Remarks for Arria Formula Meeting on TIP/WPS

Ambassador Cherith Norman Chalet
U.S. Representative for UN Management and Reform
U.S. Mission to the United Nations
New York, NY
October 25, 2019


Thank you, Mr. Chairman.

Thank you to the Permanent Missions of Belgium, the UK, Vietnam, Peru, and Niger, as well as UNODC, for hosting this important meeting. This is an important opportunity to hear from other member states, UN experts, and civil-society organizations on their efforts to address human trafficking and sexual violence in conflict and post-conflict areas. The panel’s presentations were particularly powerful and compelling for us all to renew our efforts to combat this horrific crime.

he United States is pleased to have played a leading role in 2015 in convening the Security Council’s first briefing on trafficking in persons in situations of conflict and post conflict. At that time, the Security Council heard the heart-wrenching account of Nadia Murad, a Yezidi survivor of sexual slavery at the hands of ISIS, who also saw several of her family members killed and her community decimated. We applaud Ms. Murad’s continued advocacy for the Yezidi community, her calls on the international community to bring the ISIS perpetrators to justice, and her service as a powerful voice for all survivors of human trafficking and sexual violence.

Since 2015, the UN Security Council has adopted resolutions 2331 and 2388 to address human trafficking and sexual violence in situations of conflict and post conflict. These resolutions underscore the importance of collecting evidence to hold perpetrators accountable. In view of the worrying global decline in prosecution of traffickers, all member states must redouble their efforts to provide justice to victims. Furthermore, the resolutions highlight the importance of international cooperation in law enforcement, the development of strong partnerships with civil society, and the importance of implementing robust victim identification, protection and support mechanisms.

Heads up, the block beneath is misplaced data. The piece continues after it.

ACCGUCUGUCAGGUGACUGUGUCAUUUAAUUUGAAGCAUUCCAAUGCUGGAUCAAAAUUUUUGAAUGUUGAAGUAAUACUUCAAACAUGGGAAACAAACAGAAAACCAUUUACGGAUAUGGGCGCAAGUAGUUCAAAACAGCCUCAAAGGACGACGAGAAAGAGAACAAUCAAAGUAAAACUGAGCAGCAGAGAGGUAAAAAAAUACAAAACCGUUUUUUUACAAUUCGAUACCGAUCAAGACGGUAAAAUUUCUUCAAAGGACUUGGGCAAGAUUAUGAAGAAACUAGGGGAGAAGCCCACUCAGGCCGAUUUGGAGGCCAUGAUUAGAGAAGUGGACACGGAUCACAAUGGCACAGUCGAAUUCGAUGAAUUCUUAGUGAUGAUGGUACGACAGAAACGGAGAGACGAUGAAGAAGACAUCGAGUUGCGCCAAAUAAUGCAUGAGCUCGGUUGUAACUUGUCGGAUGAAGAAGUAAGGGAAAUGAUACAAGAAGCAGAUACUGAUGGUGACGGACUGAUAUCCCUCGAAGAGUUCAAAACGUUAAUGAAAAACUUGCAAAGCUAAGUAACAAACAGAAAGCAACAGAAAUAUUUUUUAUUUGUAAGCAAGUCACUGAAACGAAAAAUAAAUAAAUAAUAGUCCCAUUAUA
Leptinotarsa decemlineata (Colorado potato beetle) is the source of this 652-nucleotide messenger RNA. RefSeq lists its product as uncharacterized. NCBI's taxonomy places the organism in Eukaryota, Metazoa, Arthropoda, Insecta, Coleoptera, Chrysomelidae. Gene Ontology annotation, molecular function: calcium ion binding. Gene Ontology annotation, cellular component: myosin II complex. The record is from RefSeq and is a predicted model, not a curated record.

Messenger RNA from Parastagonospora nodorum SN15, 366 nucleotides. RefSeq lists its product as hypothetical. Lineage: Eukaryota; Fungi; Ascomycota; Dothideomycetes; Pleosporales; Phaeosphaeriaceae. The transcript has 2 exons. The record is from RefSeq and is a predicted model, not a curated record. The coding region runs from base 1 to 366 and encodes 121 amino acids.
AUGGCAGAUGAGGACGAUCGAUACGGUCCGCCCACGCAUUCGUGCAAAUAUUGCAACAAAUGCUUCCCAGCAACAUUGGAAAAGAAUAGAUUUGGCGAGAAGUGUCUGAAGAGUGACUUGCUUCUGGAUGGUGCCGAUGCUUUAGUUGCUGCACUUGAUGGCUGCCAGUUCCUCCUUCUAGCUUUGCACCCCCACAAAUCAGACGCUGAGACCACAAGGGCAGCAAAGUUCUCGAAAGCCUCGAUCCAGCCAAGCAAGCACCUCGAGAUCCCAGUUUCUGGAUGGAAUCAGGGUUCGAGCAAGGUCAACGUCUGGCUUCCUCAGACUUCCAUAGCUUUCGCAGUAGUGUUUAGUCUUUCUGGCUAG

We commend UNODC on working with other UN agencies to develop the 2018 Thematic Paper on Countering Trafficking in Persons in Conflict Situations. This paper outlines “promising practices” and provides useful recommendations to enhance responses by member states. We encourage all member states and UN agencies to use this important research in their anti-trafficking efforts.

In the U.S. context, our Department of Defense recently updated its “Combatting Trafficking in Persons” instruction that outlines the anti-trafficking roles and responsibilities for all Department of Defense components, services, and agencies.
The United States is committed to supporting civil society organizations in their efforts to combat trafficking in persons, including in conflict and post-conflict areas. For example, we are supporting the Heartland Alliance International in northeastern Nigeria to enhance the capacity of government, civil society and communities to protect and provide services for survivors of trafficking, particularly women and girls subjected to trafficking by combatants for forced labor or sexual exploitation. The project aims to improve identification and protection services, with a strong emphasis on mental health and psychosocial support, through the creation of replicable program models to help safely reintegrate and provide support to trafficking survivors.

We look forward to hearing from other member states and civil society on ways we can further mainstream the trafficking in persons agenda into the Women, Peace, and Security agenda.